Comet research provides insight into the chemical composition of the early solar system
New comet study provides insight into the chemical composition of the early solar system
Data from 25 comets have been compiled to test predictions of the formation and evolution of the solar system.
ORLANDO, November 4, 2022 – A new study from the University of Central Florida has found strong support that the outgassing of molecules from comets may be the result of composition since the beginning of our solar system.
The results were published today in The Planetary Science Journal.
The study was led by Olga Harrington Pinto, a doctoral student in UCF’s Department of Physics, part of the College of Science.
According to Harrington Pinto, measuring the ratio of certain molecules present after comets have degassed can provide information about the chemical makeup of early solar systems and the physical processing of comets after they formed. Outgassing occurs when comets, which are small bodies of dust, rock, and ice in the solar system, heat up and start releasing gases.
As part of his research thesis, Harrington Pinto compiled the amounts of water, carbon dioxide and carbon monoxide of 25 comets to test predictions of the formation and evolution of the solar system.
This made it possible to study almost twice as much carbon monoxide/carbon dioxide data on comets. The measurements come from various scientific publications. She carefully combined the data obtained with different telescopes and different research teams when the measurements were simultaneous, and she was able to confirm that the data were all well-calibrated.
“One of the most interesting results is that comets far away from the sun with orbits in the Oort cloud that have never, or only rarely, orbited near the sun, have been seen to produce more CO2 than CO in their coma, whereas comets that have traveled far more near the Sun behave the opposite,” says Harrington Pinto. “This had never been conclusively seen before.”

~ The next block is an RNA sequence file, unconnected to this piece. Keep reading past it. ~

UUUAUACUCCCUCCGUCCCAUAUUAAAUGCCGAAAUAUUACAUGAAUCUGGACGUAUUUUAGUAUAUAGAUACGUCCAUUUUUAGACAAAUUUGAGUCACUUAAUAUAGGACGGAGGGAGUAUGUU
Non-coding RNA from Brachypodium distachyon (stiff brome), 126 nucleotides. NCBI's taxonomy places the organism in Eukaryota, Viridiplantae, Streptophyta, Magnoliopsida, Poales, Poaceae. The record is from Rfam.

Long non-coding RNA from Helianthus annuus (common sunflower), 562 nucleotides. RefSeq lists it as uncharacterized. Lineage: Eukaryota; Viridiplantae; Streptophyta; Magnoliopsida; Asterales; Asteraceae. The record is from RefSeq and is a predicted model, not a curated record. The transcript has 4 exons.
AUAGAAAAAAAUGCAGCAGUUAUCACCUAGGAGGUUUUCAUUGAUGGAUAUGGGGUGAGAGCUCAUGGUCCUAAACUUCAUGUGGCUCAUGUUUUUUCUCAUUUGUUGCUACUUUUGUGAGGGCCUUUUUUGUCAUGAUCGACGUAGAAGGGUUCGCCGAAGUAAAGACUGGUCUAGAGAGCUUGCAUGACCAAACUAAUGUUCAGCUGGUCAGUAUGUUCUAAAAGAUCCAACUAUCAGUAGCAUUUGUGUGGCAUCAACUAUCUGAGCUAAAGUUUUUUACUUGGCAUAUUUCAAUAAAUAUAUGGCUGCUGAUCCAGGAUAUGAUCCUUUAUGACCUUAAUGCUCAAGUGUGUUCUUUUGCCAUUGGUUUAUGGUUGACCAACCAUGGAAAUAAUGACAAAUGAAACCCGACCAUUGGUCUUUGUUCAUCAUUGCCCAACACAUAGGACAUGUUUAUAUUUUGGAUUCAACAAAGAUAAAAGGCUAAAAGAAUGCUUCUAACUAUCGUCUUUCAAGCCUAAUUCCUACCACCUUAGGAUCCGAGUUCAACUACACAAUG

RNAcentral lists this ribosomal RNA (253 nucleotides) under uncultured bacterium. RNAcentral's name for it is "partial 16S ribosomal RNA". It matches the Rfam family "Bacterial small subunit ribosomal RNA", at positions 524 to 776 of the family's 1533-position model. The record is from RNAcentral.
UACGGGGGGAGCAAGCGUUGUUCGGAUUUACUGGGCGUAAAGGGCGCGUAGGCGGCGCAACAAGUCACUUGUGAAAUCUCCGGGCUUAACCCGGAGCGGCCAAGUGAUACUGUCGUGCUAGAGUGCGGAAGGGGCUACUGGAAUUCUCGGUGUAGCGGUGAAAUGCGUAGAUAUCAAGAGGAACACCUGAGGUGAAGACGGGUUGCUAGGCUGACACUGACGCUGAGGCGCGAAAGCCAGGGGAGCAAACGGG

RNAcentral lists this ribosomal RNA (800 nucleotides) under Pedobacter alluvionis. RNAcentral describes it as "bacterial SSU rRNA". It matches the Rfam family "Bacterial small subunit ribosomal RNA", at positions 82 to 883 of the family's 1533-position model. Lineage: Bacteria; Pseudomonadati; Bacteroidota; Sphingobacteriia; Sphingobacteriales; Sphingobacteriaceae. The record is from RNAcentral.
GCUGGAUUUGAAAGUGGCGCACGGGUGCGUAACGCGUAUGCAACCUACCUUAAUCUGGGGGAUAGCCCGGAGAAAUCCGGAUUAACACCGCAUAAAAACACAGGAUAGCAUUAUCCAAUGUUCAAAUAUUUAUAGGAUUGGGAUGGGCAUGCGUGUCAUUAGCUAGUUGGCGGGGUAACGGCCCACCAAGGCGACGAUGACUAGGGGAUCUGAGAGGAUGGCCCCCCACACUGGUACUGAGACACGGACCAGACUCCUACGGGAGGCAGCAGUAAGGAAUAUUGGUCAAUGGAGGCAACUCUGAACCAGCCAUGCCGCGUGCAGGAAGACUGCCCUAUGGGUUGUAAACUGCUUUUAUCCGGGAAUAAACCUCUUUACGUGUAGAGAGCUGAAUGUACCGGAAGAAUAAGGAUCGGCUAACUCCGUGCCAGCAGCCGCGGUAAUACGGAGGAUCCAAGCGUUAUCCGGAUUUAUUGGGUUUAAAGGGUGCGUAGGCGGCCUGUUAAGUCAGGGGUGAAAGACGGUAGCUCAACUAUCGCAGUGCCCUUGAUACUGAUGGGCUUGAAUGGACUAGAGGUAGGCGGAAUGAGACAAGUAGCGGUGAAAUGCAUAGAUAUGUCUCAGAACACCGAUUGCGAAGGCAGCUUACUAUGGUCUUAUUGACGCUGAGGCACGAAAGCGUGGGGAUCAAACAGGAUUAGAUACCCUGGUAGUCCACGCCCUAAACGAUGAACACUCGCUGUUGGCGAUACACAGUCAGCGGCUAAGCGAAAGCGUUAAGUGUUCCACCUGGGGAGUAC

“Interestingly, the data is consistent with predictions that comets that trailed very far from the sun in the Oort cloud may have been so bombarded by cosmic rays on their surface that they created an outer layer. CO depleted,” said Harrington Pinto. said. “Then, after their first or second trip near the sun, this processed outer layer is blown off by the sun, revealing a much more pristine comet composition that releases much more CO.”
The researcher says the next stage of work is to analyze the first sightings of centaurs her team made with the James Webb Space Telescope to directly measure carbon monoxide and carbon dioxide and compare the results with this study.
Work on this project was partially funded by the Astronomical Sciences Division of the U.S. National Science Foundation (NSF) and the LSSTC Data Science Fellowship Program through the NSF E-Learning Grant, The Foundation Brinson and the Moore Foundation.
Harrington Pinto received his Master of Science in Physics from the University of South Florida. She worked on this study with Maria Womack, professor of courtesy at UCF; Yanga R. Fernandez, professor at UCF; and James Bauer, professor at the University of Maryland.
Contributed by: Beatriz Nina Ribeiro Oliveira, UCF Office of Research